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An article from the 1911 Encyclopaedia Britannica, now in the public domain.
Any color photos are mine, © William P. Thayer.

p666 Gubbio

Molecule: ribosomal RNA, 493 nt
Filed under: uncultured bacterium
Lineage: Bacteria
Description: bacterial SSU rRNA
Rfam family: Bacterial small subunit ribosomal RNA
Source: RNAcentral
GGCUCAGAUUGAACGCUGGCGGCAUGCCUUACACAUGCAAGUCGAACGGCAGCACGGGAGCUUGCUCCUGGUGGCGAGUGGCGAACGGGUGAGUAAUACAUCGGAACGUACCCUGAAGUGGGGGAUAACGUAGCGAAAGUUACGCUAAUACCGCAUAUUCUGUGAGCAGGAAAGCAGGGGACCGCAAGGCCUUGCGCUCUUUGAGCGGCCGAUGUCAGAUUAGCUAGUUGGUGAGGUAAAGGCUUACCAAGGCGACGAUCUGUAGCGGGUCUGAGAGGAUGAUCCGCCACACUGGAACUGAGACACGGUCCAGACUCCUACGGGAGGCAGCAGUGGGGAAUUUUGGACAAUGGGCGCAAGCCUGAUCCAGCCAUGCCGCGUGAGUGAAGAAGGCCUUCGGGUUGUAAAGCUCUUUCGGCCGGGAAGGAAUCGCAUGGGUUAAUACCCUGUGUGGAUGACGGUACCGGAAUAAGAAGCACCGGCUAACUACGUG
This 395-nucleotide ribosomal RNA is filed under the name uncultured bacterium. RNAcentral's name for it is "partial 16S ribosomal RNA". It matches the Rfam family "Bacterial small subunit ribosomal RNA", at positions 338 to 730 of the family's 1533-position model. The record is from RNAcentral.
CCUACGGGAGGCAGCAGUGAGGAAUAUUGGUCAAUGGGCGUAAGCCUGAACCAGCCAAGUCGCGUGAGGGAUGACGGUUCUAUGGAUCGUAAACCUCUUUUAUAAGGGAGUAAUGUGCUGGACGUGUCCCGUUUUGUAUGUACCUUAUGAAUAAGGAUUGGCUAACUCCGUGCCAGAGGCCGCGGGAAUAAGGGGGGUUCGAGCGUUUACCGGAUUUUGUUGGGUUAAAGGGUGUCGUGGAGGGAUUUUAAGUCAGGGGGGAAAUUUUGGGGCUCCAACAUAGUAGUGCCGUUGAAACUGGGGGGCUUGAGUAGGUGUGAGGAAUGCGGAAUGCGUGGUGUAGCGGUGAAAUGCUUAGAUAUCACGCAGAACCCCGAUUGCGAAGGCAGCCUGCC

Gubbio (anc. Iguviumq.v.; med. Eugubium), a town and episcopal see of Umbria, Italy, in the province of Perugia, from which it is 23 m. NNE by road; by rail it is 13 m. NW of Fossato di Vico (on the line between Foligno and Ancona) and 70 m. ESE of Arezzo.a Pop. (1901) 5783 (town); 26,718 (commune).b Gubbio is situated at the foot and on the steep slopes of Monte Calvo, from 1568 to 1735 ft. above sea-level, at the entrance to the gorge which ascends to Scheggia, probably on the site of the ancient Umbrian town. It presents a markedly medieval appearance. The most prominent building is the Palazzo dei Consoli, on the N side of the Piazza della Signoria; it is a huge Gothic edifice with a tower, erected in 1332‑1346, according to tradition, by Matteo di Giovanello of Gubbio; the name of Angelo da Orvieto occurs on the arch of the main door, but his work may be limited to the sculptures of this arch. It has two stories above the ground floor, and, being on the slope of the hill, is, like the whole piazza, raised on arched substructures. On the S side of the piazza is the Palazzo Pretorio, or della Podestà, begun in 1349 and now the municipal palace. It contains the famous Tabulae Iguvinae,c and a collection of paintings of the Umbrian school, of furniture and of majolica. On the E side is the modern Palazzo Ranghiasci-Brancaleone, which until 1882 contained fine collections, now dispersed. Above the Piazza della Signoria, at the highest point of the town, is the Palazzo Ducale, erected by the dukes of Urbino in 1474‑1480; the architect was, in all probability, Lucio da Laurana, to whom is due the palace at Urbino, which this palace resembles, especially in its fine colonnaded court. The Palazzo Beni, lower down, belongs to a somewhat earlier period of the 15th century. Pope Martin V lodged here for a few days in 1420. The Palazzo Accoramboni, on the other hand, is a Renaissance structure, with a fine entrance arch. Here Vittoria Accoramboni was born in 1557. Opposite the Palazzo Ducale is the cathedral, dedicated to SS. Mariano e Jacopo, a structure of the 12th century, with a façade, adorned with contemporary sculptures, partly restored in 1514‑1550. The interior contains some good pictures by Umbrian artists, a fine episcopal throne in carved wood, and a fine Flemish cope given by Pope Marcellus II (1555) in the sacristy. The exterior of the Gothic church of S. Francesco, in the lower part of the town, built in 1259, preserves its original style, but the interior has been modernized; and the same fate has overtaken the Gothic churches of S. Maria Nuova and S. Pietro. S. Agostino, on the other hand, has its Gothic interior better preserved. The whole town is full of specimens of medieval architecture, the pointed arch of the 13th century being especially prevalent. A remarkable procession takes place in Gubbio on the 15th of May in each year, in honour of S. Ubaldo, when three colossal wooden pedestals, each over 30 ft. high, and crowned by statues of SS. Ubaldo, Antonio and Giorgio, are carried through the town, and then, in a wild race, up to the church of S. Ubaldo on the mountain-side (2690 ft.). See H. M. Bower, The Elevation and Procession of the Ceri at Gubbio (Folk-lore Society, London, 1897).